Alaska’s unsullied spuds are largely a result of the Plant Materials Center’s Potato Program through the Alaska Division of Agriculture, which was also on the table as a potential cut during budget discussions this year. Certified breeders propagate seed potatoes and sell them locally so there is a constant supply of disease-free crops.

The position that was originally cut and then restored equates to $96,200 annually, Havemeister said. She could not say if cutting the position may be a possibility again next year, but she does expect she will be asked to further cut division programs.

More in News

Teaser
Then Now: Looking back on pandemic response

Comparing messaging from 1918 to 2021

Damage in a corner on the inside of the middle and high school building of Kachemak Selo School Nov. 12, 2019, in Kachemak Selo, Alaska. (Photo by Victoria Petersen/Peninsula Clarion)
Repair costs rise as school facilities deteriorate

About $420 million worth of maintenance is needed at Kenai Peninsula Borough School District buildings.

Golden-yellow birch trees and spruce frame a view of Aurora Lagoon and Portlock Glacier from a trail in the Cottonwood-Eastland Unit of Kachemak Bay State Park off East End Road on Sunday, Oct. 3, 2021, near Homer, Alaska. (Photo by Michael Armstrong)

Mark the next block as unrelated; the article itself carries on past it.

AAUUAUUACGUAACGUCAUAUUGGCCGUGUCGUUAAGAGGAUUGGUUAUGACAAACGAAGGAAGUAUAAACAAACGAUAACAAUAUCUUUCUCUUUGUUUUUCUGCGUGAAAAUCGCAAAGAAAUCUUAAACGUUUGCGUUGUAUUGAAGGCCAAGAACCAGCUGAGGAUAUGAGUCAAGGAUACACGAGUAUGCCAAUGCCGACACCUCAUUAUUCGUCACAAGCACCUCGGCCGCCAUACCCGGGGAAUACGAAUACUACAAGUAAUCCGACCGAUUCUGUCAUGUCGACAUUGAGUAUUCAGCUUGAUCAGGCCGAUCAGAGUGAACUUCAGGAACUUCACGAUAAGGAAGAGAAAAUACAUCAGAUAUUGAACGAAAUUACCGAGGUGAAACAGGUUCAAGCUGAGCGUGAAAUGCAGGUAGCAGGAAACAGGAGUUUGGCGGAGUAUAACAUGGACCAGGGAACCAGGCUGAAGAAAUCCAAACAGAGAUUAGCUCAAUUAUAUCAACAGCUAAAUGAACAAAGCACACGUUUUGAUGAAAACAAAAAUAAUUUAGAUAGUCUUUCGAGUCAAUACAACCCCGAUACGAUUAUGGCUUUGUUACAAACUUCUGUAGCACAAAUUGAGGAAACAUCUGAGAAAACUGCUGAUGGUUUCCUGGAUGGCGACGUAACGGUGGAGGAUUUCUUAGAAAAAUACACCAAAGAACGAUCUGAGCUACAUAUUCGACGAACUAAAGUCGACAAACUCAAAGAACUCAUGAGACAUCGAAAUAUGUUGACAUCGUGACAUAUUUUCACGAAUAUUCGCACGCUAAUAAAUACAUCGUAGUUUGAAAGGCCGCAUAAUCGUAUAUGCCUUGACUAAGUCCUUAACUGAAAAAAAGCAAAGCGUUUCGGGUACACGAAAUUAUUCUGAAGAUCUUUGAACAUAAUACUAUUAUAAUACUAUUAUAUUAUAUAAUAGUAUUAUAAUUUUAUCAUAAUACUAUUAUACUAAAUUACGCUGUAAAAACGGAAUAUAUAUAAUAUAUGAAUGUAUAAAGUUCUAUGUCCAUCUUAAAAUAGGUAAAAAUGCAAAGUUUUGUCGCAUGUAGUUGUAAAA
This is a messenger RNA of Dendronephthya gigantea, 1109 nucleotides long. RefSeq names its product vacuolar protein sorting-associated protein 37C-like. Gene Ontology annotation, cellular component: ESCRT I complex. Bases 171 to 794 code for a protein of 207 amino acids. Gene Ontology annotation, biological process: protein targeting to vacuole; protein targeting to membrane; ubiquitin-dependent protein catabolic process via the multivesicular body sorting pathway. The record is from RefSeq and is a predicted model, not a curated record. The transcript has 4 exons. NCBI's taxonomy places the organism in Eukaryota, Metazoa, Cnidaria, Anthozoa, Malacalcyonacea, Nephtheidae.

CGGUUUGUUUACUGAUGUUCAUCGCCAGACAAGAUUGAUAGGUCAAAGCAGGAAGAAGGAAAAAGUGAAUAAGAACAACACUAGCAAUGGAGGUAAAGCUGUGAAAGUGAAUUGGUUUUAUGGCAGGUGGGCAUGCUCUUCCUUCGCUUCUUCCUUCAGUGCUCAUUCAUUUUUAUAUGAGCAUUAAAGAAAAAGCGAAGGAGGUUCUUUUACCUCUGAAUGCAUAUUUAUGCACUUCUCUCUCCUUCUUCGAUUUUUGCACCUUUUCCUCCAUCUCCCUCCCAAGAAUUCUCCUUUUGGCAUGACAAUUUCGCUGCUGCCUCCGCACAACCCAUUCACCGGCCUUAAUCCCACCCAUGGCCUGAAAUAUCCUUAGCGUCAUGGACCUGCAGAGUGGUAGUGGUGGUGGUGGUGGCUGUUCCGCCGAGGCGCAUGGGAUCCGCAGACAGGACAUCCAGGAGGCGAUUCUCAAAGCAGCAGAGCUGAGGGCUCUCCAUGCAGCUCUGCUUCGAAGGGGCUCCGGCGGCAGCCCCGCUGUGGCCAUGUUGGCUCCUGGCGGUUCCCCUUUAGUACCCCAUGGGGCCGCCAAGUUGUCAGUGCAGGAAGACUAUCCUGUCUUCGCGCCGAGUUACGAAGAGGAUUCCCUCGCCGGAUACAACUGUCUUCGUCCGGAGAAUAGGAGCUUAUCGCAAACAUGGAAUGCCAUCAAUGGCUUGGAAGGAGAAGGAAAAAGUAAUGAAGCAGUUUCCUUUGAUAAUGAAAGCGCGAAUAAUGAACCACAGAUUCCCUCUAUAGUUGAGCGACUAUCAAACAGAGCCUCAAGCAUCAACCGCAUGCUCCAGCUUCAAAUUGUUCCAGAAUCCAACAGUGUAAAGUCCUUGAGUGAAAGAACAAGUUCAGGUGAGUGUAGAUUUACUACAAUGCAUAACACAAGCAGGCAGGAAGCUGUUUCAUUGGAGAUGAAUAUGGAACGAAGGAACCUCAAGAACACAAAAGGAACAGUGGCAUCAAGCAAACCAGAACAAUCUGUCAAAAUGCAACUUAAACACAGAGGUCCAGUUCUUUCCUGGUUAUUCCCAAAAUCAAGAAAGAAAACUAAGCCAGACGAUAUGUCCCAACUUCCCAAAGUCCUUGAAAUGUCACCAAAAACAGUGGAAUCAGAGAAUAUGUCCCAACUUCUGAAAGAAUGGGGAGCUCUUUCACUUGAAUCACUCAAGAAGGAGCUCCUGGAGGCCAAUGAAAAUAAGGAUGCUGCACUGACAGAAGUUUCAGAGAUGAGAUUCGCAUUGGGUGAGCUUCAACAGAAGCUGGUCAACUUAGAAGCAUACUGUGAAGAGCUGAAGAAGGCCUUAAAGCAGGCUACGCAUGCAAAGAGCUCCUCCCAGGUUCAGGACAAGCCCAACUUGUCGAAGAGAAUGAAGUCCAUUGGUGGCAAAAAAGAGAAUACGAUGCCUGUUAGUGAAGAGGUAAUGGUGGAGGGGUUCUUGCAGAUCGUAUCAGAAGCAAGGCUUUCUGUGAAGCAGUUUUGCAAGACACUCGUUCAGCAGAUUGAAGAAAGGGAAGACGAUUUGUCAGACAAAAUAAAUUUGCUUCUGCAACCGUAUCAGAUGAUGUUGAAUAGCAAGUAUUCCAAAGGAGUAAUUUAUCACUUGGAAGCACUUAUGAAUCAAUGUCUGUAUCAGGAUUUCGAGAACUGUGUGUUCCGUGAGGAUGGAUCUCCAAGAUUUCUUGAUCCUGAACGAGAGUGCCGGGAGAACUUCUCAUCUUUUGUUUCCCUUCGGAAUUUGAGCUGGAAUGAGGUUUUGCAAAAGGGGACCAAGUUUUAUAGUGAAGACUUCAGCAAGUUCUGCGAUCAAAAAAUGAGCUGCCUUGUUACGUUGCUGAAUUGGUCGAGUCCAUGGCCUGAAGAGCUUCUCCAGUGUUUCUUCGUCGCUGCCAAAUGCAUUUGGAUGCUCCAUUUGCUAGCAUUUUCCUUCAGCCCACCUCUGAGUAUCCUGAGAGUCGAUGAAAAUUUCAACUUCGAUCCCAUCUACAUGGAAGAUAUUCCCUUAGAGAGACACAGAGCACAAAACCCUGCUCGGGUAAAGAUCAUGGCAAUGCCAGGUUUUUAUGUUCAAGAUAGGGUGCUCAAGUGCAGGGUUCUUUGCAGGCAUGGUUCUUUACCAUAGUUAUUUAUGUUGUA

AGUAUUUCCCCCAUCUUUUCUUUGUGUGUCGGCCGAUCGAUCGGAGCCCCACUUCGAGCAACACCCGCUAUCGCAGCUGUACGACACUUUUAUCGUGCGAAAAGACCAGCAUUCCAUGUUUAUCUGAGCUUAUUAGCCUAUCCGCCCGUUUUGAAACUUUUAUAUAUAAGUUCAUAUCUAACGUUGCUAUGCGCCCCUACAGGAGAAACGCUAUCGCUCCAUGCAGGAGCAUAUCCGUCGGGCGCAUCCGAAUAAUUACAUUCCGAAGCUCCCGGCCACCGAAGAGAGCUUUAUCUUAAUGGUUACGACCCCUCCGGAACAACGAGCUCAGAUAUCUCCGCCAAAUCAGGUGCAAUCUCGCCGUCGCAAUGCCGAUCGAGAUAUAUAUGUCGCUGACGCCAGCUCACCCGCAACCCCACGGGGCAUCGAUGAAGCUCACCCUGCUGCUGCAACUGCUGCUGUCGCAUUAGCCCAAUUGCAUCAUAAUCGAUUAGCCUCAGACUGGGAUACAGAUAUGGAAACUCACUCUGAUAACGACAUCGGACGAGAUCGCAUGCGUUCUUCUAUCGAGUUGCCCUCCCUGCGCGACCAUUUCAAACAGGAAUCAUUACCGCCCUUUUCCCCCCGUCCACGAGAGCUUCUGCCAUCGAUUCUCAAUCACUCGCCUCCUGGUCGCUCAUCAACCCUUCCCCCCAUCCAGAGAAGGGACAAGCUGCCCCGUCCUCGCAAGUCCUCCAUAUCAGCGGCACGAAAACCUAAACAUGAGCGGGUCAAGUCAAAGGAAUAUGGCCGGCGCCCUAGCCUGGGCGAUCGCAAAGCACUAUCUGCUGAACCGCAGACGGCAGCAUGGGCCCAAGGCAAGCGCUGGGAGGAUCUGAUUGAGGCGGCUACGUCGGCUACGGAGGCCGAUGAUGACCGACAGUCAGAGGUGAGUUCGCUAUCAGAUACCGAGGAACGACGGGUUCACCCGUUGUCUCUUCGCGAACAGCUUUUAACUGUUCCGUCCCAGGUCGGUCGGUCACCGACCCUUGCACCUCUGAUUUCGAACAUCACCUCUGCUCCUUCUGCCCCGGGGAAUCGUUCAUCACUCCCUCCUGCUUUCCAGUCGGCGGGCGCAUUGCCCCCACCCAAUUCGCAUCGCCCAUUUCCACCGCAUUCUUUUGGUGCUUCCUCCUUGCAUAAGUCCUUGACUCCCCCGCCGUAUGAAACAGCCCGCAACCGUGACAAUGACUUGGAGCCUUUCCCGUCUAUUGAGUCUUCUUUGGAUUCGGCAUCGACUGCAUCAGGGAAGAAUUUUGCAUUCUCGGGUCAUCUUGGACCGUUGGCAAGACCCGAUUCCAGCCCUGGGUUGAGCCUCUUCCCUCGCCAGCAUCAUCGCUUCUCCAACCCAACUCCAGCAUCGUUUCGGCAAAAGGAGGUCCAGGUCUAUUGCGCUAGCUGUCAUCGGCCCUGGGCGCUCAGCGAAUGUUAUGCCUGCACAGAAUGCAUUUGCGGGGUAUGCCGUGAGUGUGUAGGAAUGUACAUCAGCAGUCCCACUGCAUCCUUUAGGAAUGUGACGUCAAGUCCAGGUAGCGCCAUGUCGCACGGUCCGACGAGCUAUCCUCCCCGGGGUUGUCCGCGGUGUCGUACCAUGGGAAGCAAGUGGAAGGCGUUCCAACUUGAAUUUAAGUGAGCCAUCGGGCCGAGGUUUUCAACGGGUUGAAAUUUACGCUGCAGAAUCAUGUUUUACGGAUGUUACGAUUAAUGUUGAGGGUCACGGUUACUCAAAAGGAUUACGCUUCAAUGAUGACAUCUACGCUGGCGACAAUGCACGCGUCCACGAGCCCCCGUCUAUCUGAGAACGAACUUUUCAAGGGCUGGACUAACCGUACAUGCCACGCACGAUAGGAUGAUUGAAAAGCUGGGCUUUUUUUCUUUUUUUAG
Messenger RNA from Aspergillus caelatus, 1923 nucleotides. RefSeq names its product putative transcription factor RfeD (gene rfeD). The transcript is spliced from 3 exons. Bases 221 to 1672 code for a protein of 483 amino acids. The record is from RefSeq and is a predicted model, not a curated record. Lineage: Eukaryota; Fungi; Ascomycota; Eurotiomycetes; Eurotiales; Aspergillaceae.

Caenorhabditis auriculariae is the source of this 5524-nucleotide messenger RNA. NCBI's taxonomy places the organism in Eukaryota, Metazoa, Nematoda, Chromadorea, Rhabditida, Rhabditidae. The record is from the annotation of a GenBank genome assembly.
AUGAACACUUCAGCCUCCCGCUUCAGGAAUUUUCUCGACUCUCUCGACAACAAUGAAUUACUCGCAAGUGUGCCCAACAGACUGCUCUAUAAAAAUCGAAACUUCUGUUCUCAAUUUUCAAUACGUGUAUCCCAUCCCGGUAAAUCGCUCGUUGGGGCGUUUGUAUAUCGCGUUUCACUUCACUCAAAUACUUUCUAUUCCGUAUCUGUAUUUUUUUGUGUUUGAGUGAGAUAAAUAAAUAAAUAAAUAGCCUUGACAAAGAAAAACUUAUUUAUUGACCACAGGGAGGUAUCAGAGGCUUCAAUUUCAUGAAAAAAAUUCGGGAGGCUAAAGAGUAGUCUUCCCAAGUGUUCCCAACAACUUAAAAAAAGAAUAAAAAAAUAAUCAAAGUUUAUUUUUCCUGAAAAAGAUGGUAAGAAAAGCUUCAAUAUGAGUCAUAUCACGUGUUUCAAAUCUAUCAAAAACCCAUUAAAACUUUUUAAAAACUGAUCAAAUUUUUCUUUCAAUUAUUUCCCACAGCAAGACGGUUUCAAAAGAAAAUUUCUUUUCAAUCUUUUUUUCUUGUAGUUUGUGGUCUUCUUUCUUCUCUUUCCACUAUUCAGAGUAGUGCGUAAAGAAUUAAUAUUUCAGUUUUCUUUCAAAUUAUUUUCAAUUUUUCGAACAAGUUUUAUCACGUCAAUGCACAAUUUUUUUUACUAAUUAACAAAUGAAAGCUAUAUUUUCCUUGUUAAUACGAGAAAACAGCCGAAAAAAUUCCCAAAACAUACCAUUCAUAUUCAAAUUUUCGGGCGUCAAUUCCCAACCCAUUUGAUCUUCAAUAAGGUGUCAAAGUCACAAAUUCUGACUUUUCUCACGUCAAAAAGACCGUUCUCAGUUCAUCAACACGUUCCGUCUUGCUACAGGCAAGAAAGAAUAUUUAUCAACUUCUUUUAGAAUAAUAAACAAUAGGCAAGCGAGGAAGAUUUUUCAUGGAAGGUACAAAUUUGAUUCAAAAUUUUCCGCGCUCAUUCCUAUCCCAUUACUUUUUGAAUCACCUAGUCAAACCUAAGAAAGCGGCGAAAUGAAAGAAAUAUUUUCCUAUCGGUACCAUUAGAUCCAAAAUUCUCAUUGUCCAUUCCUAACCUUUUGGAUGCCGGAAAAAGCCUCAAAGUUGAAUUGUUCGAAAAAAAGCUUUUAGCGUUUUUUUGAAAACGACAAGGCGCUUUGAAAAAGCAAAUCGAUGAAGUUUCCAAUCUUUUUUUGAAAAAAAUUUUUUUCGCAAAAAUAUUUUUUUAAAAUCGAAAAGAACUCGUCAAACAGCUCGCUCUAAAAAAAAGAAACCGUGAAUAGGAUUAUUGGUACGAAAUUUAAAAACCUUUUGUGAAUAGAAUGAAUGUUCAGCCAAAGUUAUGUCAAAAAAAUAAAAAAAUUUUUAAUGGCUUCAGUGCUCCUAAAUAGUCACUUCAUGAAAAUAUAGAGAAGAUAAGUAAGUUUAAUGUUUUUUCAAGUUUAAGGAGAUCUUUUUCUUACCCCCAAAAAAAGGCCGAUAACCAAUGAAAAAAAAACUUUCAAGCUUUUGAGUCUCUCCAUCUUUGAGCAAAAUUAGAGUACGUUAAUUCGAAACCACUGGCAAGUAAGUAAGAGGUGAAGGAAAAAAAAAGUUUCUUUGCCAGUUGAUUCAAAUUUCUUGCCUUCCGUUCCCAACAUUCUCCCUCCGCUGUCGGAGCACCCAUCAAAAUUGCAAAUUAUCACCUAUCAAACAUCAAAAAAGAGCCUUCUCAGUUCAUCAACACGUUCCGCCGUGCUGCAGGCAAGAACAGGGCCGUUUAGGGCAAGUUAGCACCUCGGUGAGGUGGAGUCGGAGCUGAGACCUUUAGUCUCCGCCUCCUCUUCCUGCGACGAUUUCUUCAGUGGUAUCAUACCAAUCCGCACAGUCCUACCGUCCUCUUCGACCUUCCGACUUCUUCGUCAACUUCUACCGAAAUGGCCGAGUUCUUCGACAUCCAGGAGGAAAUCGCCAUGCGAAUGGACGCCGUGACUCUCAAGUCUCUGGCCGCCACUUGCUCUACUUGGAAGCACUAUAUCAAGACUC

State Parks to hold meeting on Eastland Cottonwood unit

Meeting will include update on Tutka Bay Hatchery bill

Renewable IPP CEO Jenn Miller presents information about solar power during a meeting of the Kenai Peninsula Borough Assembly on Tuesday, Oct. 12, 2021 in Soldotna, Alaska. (Ashlyn O’Hara/Peninsula Clarion)
Company looks to build solar farm on peninsula

It would be roughly 20 times the size of the largest solar farm currently in the state.

Alaska State Troopers logo.
Soldotna Trooper arrested for multiple charges of child sex abuse

He has been a State Trooper in Soldotna since June 2020.

This photo shows the Alaska State Capitol. An Alaska state lawmaker was cited for driving with an open can of beer in his vehicle that another lawmaker said was actually his. (Peter Segall / Juneau Empire file)
Lawmaker cited for open beer fellow legislator says was his

Republican Sen. Josh Revak plans to challenge the $220 ticket.

Michael Penn / Juneau Empire File
This 2011 photo shows the Taku and Malaspina ferries at the Auke Bay Terminal.
Costs add up as ferry idled nearly 2 years

Associated Press The cost to the state for docking an Alaska ferry… Continue reading

The Federal Aviation Administration released an initiative to improve flight safety in Alaska for all aviation on Oct. 14, 2021. (Peter Segall / Juneau Empire File)
FAA releases Alaska aviation safety initiatives

The recommendations, covering five areas, range from improvements in hardware to data-gathering.

AP Photo / Becky Bohrer
The Alaska Capitol is shown on Wednesday, Oct. 13, 2021, in Juneau, Alaska. There is interest among lawmakers and Alaska Gov. Mike Dunleavy in settling a dispute over the Alaska Permanent Fund Dividend program, but no consensus on what the program should look like going forward.
Alaskans get annual boost of free money from PFD

Checks of $1,114 are expected to be paid to about 643,000 Alaskans, beginning this week.

Most Read